Alumnae of the law school have excelled in academia also. To name just three: Lauren Robel, ’83, was the first woman to serve as dean, from 2003-2011; she is now provost of IU Bloomington and executive vice president of Indiana University. Kellye Testy, ’91, served as dean of both Seattle University School of Law and the University of Washington School of Law before being named recently as president and CEO of the Law School Admission Council. And Alecia DeCoudreaux ’78, recently finished a term as the 13th President of Mills College, after serving as vice president and general counsel for Lilly USA.

At the law school, we look to our Alumni Board and Board of Visitors for counsel on ways to build our alumni network and strengthen programs that will improve our national standing. This year, for the first time in the school’s history, all five officers of the Alumni Board are women. They represent our profession in its many dimensions. Jeanne Picht, president, is director of professional development at Fenwick & West in the San Francisco Bay Area; Susan Lynch, president-elect, is a trial attorney for the U.S. Department of Justice; Lisa Powell, vice president, is a partner at FisherBroyles, LLP in Houston; Elizabeth Baney, secretary, is a principal in FaegreBD Consulting, Washington, D.C.; and past president Courtney Tobin is senior vice president at Sycamore Advisors in Indianapolis and Atlanta. Elissa Preheim, vice chair of our Board of Visitors, is a partner at Arnold & Porter in Washington, D.C., and we have recently welcomed four new women onto the board: Betsy Greene, a partner in Greene & Schultz, Bloomington; Laurie Robinson Haden ’98, senior vice president and assistant general counsel at CBS Corp. in New York; Laura O’Donnell, vice president and general counsel of GE Healthcare in Milwaukee; and Mary Tuuk, chief compliance officer of Meijer, Grand Rapids, Michigan.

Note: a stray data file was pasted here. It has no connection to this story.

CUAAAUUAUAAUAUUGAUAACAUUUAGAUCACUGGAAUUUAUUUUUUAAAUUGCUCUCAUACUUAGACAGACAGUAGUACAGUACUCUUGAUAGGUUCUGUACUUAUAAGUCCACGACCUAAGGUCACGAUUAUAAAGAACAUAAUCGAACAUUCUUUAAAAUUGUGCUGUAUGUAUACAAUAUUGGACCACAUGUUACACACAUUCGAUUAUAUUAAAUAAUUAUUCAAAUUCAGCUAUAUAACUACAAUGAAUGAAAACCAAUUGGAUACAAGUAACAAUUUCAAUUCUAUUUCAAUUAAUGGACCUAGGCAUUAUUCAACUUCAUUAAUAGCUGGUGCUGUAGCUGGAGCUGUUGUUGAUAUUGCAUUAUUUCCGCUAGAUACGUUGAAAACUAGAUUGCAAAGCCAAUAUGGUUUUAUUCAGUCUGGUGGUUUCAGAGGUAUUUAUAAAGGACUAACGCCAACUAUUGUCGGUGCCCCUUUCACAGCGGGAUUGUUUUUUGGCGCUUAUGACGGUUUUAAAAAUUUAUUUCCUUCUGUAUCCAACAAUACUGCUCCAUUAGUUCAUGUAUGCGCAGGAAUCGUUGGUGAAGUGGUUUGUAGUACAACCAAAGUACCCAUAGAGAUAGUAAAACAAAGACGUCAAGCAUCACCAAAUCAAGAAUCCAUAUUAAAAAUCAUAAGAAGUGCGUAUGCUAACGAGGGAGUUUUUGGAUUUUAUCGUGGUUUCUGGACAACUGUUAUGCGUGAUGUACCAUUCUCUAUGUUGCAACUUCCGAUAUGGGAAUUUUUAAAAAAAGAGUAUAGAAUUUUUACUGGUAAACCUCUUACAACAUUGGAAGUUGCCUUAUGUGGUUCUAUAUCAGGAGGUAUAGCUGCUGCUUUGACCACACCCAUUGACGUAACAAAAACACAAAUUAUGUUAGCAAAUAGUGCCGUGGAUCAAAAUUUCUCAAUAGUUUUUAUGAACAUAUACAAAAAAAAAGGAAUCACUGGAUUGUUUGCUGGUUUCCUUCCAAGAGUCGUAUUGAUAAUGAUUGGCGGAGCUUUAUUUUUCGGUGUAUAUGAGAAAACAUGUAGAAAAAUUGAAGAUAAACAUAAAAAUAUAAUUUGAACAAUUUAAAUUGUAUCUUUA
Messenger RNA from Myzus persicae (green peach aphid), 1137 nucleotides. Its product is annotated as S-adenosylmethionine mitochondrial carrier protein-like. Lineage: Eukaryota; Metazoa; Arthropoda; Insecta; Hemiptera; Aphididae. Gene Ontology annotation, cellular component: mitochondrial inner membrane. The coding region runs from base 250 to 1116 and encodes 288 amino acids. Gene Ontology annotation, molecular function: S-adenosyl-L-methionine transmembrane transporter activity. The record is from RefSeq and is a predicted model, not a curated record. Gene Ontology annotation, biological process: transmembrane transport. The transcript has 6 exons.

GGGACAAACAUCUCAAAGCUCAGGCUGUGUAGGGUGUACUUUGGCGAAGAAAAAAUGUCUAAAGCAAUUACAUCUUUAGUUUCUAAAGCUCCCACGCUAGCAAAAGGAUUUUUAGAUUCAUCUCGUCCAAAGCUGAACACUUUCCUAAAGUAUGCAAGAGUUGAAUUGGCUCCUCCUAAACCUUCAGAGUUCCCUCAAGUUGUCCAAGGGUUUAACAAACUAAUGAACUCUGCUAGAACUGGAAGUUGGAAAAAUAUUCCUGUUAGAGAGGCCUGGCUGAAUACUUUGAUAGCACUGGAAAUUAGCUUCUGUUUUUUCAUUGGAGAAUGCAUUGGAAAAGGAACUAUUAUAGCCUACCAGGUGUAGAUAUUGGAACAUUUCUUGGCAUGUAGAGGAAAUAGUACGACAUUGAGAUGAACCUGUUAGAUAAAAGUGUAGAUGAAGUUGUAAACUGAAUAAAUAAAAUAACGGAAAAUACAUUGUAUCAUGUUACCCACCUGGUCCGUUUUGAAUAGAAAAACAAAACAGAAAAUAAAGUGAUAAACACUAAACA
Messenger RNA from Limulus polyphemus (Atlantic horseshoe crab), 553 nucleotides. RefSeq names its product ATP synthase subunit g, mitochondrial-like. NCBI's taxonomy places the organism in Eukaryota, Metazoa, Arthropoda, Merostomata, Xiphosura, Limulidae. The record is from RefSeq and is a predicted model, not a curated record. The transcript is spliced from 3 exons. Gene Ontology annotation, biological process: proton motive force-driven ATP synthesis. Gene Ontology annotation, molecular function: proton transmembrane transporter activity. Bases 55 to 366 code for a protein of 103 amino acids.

Indiana Law’s distinguished roster of alumnae is a tremendous source of pride for the school. We look forward to seeing what the next generation of women will achieve. In 2016, 51 percent of our entering class were women and nearly half of the 2017 entering class were women. No doubt, as they begin their professional careers, their stories will be many, varied, and always inspiring.•


Austen L. Parrish is dean and James H. Rudy Professor at the Indiana University Maurer School of Law. Opinions expressed are the author’s.